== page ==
Foundations of Construction: Temporary wartime homes were a Victory

0
498
“Homes built by Wartime Housing Limited in Peterborough, 1943,” Photographer J.B. Scott, Library and Archives Canada, PA-145331 https://collectionscanada.gc.ca/pam_archives/index.php?fuseaction=genitem.displayItem&rec_nbr=3191727&lang=eng&rec_nbr_list=3191728,3191727,3625093,3625092,4517122,4517121,4517119,4517118,4517124,4517120

By Susanna McLeod

Special to Ontario Construction News

Soldiers marched from across Ontario and Canada into military training centres and then sailed to the war theatres of WW2. Women and men at home also marched, right into new sprawling factories to produce war supplies, munitions, aircraft, and ships. Even before the war, the country faced a severe housing shortage and as workers rushed into cities to fill jobs, especially in eastern Ontario, there was nowhere to call home.

Addressing the dilemma, Wartime Housing Limited (WHL) was established by the federal government at the end of February 1941. Led by construction magnate Joseph Pigott. WHL administrators hastily organized a program to build temporary communities and housing for the thousands of patriotic workers. The homes were scheduled for dismantling at war’s end.

Architects drew up plans for small houses, some with four rooms, others with six. Ranging from 600 to 1,200 sq. ft., the single-level and one-and-a half-storey homes were quick to build and cost-efficient. Named Victory Houses, they were also dubbed Strawberry Box homes due to the boxy, fruit container shape.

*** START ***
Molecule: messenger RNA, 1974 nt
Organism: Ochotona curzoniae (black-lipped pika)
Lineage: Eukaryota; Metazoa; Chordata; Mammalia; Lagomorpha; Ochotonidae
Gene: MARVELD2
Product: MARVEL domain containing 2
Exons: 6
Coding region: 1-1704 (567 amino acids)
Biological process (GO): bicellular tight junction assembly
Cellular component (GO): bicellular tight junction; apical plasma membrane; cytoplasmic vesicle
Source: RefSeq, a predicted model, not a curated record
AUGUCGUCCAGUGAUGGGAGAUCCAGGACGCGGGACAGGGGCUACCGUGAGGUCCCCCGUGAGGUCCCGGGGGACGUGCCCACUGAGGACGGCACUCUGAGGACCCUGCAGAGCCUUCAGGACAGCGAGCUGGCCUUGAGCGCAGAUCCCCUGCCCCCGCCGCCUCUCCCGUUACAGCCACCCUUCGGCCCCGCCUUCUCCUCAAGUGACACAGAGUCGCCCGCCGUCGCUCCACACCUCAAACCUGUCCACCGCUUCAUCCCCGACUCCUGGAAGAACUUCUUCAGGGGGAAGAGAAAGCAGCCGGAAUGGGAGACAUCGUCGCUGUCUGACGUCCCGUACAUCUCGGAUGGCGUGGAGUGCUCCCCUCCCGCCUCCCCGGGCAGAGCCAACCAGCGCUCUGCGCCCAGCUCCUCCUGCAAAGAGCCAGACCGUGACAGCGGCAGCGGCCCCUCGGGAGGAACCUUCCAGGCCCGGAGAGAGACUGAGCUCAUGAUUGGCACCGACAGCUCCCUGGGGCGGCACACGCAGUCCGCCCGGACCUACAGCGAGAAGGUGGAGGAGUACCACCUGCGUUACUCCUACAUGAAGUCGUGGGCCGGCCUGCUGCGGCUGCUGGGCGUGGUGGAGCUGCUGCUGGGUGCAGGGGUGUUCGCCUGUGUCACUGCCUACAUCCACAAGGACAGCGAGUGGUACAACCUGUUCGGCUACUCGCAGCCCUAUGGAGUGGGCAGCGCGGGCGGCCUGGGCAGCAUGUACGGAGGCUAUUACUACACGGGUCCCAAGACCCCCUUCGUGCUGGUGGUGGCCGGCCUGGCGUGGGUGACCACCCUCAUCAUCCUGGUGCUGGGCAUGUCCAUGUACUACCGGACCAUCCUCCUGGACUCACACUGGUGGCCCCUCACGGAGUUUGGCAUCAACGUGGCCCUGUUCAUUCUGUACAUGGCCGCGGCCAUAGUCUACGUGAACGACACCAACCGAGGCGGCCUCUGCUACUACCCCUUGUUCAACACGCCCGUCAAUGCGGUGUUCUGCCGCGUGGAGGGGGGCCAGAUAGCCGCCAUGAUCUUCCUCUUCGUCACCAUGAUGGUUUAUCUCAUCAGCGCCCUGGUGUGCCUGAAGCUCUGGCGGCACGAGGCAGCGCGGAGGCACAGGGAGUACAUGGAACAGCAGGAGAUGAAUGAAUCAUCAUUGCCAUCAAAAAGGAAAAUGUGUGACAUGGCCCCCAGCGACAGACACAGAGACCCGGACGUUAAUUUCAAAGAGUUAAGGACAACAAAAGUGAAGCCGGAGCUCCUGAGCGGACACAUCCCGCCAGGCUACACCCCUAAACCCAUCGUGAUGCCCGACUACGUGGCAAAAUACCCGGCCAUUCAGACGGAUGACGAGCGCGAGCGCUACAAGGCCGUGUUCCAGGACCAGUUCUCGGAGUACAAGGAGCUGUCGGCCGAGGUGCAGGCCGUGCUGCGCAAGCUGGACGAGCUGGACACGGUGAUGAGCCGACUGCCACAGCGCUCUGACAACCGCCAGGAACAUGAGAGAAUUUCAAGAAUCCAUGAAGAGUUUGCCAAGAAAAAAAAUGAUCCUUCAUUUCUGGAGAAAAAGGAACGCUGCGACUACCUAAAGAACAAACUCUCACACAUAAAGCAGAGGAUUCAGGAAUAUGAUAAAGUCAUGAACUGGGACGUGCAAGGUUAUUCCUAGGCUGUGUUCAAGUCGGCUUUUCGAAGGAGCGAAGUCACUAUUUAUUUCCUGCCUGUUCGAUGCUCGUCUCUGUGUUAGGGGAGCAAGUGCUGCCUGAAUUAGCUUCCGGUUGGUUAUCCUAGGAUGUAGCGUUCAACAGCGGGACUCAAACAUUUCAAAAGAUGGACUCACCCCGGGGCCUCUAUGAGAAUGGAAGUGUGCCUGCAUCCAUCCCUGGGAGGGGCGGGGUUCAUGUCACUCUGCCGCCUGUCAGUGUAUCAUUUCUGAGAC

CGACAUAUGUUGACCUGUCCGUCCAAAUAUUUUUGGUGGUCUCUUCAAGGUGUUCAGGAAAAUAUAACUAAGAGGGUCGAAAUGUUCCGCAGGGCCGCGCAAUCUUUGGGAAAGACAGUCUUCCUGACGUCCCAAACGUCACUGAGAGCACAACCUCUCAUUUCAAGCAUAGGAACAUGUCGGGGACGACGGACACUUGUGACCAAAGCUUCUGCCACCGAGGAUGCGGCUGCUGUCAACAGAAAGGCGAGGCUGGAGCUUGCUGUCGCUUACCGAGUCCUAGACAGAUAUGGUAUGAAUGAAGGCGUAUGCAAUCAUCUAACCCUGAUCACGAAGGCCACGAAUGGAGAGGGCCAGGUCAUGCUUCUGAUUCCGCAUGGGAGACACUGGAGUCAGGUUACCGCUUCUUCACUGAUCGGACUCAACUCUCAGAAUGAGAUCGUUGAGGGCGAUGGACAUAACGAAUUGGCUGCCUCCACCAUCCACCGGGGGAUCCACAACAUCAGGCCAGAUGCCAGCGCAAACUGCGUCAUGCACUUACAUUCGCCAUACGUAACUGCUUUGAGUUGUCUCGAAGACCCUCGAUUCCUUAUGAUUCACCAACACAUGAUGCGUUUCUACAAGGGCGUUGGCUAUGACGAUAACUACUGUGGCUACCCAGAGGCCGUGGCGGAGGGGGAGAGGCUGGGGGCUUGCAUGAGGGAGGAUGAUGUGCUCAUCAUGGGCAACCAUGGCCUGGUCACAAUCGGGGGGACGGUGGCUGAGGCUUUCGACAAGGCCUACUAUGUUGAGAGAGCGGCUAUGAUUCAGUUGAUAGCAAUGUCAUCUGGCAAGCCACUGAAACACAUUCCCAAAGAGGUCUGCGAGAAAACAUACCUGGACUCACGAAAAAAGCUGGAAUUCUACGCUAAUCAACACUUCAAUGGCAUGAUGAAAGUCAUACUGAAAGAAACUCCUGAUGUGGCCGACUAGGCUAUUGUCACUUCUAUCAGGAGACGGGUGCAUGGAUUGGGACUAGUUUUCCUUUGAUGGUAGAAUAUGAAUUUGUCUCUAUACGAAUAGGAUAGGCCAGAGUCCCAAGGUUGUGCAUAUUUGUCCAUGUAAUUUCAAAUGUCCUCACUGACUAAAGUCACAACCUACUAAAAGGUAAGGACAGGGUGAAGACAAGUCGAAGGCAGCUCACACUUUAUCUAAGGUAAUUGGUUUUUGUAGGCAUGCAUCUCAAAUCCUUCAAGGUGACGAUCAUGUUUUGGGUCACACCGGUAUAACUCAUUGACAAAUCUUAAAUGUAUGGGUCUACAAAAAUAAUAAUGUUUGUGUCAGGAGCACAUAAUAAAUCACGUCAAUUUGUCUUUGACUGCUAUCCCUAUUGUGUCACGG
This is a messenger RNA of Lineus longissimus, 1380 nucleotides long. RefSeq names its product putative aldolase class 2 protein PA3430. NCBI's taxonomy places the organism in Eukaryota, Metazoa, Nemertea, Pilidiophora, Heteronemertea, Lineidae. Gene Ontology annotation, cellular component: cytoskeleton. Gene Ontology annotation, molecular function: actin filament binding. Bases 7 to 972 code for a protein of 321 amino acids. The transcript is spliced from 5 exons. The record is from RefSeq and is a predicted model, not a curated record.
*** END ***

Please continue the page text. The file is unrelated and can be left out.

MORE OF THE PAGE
Copies of the blueprints were sent to contractors across the country. The massive project meant WHL used bulk buying to save money, presenting difficulties for other firms trying to run construction businesses. Prefabrication further saved time and labour costs.

“The most popular model, with steep roof, shallow eaves, small sash windows and clapboard exterior finish is stylistically reminiscent of a simplified Cape Cod Colonial,” said John Blumenson in Ontario Architect: A Guide to Styles and Building Terms 1784 to the Present (Fitzhenry & Whiteside 1990). Options included a three-section picture window, centre hall or side hall plans, “and, while clapboards were the favoured exterior finish, composite shingles, stucco, or brick veneer were also used.” An open porch was added to some homes, with a narrow trellis on each side supporting a small roof.

Local advisory committees were recruited “to advise on potential or proposed sites, to help in negotiations for property acquisition and in the call for tenders,” said Jill Wade in “Wartime Housing Limited, 1941-1947: Canadian Housing Policy at the Crossroads,” Urban History Review, 1986. Rent collection, maintenance, and other property functions were WHL’s responsibility.

Surveyors laid out streets and community sites, often near the plants for easy access to work. The rapid construction started with post-hole augers to dig holes for cedar post placement or cement post (where wetter conditions prevailed) on which floor beams rested. Covered with rockwool and tar paper for insulation, the beams were the foundation for prefabricated wall sections.